MOSCOW (Reuters) - Russia's gas exporting monopoly Gazprom
Ukraine - the main route for Russian gas to Europe - is struggling with monthly payments for purchases of Russian gas and has asked Moscow to lower its prices.
Previous disputes over gas prices between Kiev and Moscow have led to Russian gas supply stoppages to Europe, which is seeking ways to cut its dependence on Russian fuel.
"Without a doubt, this agreement is very important to secure the pumping of gas into underground storages in Ukraine in necessary volumes in order to meet peak demand in 2012/2013," Gazprom's Chief Executive Alexei Miller said.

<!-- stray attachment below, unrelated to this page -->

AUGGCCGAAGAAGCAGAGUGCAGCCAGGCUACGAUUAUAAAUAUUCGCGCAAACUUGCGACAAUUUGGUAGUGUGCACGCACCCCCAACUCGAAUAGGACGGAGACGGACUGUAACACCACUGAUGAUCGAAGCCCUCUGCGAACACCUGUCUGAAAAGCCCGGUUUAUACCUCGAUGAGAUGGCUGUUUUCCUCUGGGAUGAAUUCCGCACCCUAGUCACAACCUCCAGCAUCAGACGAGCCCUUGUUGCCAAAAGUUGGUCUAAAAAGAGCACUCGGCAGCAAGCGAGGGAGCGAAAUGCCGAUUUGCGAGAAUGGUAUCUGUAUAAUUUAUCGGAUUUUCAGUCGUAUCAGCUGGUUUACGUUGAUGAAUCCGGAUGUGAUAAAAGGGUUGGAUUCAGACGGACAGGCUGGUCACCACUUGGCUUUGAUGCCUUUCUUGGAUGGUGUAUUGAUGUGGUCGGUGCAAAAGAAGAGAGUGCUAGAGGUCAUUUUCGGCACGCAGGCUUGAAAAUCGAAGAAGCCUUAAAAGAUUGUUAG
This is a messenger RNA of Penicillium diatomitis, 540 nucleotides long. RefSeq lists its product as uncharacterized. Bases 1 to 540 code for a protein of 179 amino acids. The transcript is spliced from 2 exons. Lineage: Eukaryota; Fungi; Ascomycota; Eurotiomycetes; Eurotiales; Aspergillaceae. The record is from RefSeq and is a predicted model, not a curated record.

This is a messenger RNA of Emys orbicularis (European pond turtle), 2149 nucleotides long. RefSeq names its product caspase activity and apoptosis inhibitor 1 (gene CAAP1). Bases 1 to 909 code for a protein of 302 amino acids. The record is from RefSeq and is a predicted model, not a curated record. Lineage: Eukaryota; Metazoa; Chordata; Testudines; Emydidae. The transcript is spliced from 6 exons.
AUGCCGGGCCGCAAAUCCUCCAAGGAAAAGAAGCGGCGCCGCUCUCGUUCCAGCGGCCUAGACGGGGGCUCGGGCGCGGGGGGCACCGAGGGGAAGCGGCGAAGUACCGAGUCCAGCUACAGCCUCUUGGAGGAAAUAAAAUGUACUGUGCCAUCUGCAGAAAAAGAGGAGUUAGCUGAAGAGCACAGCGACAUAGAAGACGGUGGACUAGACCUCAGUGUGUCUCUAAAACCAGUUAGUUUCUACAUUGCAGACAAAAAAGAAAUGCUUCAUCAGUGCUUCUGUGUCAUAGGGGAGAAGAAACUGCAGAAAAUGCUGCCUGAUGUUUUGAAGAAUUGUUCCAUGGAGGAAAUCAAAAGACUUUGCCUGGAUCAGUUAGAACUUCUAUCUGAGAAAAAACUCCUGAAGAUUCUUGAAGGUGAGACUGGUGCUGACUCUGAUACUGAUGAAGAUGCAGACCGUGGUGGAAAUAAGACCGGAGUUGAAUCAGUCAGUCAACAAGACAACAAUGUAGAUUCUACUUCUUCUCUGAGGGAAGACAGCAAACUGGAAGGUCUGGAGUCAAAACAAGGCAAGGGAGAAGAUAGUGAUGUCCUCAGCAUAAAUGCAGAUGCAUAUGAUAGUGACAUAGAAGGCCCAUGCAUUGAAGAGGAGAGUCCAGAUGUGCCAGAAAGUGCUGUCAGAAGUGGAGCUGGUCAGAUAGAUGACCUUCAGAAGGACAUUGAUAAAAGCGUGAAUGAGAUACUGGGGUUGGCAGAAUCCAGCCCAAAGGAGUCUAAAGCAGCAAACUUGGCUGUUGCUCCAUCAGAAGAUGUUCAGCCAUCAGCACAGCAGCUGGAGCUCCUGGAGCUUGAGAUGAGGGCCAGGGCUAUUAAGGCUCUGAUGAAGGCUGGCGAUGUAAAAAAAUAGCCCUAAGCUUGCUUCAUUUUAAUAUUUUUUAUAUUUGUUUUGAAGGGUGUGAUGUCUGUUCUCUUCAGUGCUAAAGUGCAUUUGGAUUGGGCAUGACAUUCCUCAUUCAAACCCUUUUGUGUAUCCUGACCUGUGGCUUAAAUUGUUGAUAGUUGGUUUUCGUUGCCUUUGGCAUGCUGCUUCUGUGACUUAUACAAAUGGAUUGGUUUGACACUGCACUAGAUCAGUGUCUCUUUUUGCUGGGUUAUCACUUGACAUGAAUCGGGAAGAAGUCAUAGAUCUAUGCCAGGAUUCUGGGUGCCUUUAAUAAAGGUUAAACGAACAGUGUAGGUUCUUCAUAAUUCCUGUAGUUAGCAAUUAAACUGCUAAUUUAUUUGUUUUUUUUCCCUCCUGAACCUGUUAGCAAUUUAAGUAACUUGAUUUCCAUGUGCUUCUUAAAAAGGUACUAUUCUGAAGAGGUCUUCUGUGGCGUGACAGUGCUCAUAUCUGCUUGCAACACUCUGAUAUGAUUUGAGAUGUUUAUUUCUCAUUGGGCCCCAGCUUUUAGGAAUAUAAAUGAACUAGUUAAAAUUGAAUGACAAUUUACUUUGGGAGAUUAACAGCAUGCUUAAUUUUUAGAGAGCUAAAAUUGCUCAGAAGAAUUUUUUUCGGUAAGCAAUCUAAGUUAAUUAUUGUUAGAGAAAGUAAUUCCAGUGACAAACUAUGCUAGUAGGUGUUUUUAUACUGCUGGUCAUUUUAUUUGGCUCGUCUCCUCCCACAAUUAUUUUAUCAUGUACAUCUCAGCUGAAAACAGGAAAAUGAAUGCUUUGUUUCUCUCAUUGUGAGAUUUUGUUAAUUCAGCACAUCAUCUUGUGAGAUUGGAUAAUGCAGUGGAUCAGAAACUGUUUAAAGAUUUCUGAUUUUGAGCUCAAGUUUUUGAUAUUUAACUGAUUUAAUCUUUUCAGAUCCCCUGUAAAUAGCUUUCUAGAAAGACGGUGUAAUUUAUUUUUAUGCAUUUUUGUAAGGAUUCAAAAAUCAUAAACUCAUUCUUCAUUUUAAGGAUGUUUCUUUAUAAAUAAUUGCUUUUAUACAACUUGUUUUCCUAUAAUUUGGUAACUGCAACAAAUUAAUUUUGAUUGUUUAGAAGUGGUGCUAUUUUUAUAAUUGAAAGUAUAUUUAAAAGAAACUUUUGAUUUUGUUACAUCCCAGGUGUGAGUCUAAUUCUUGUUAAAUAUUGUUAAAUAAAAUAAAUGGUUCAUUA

"This is very good news for our European partners, for our consumers, as full Ukrainian storages are a firm guarantee of Russian gas transit next winter," he added.
Russian gas transit through Ukraine to Europe rose to 104 billion cubic meters in 2011 from 95.4 bcm in 2010, but it has been falling this year due to lower demand and as Russia redirects some flows via the 27.5-bcm-a-year Nord Stream pipeline on the bed of the Baltic Sea.
At the height of last winter's cold snap Russia was unable to meet rising gas demand from the European Union. Gazprom plans to double storage capacity in Europe to around 5 bcm by 2015 to ensure security of fuel exports.
Russia's total exports to Europe are expected to be flat this year at 150 bcm against a backdrop of flagging demand hit by the financial crisis.
(Reporting by Vladimir Soldatkin; Editing by John Bowker and Helen Massy-Beresford)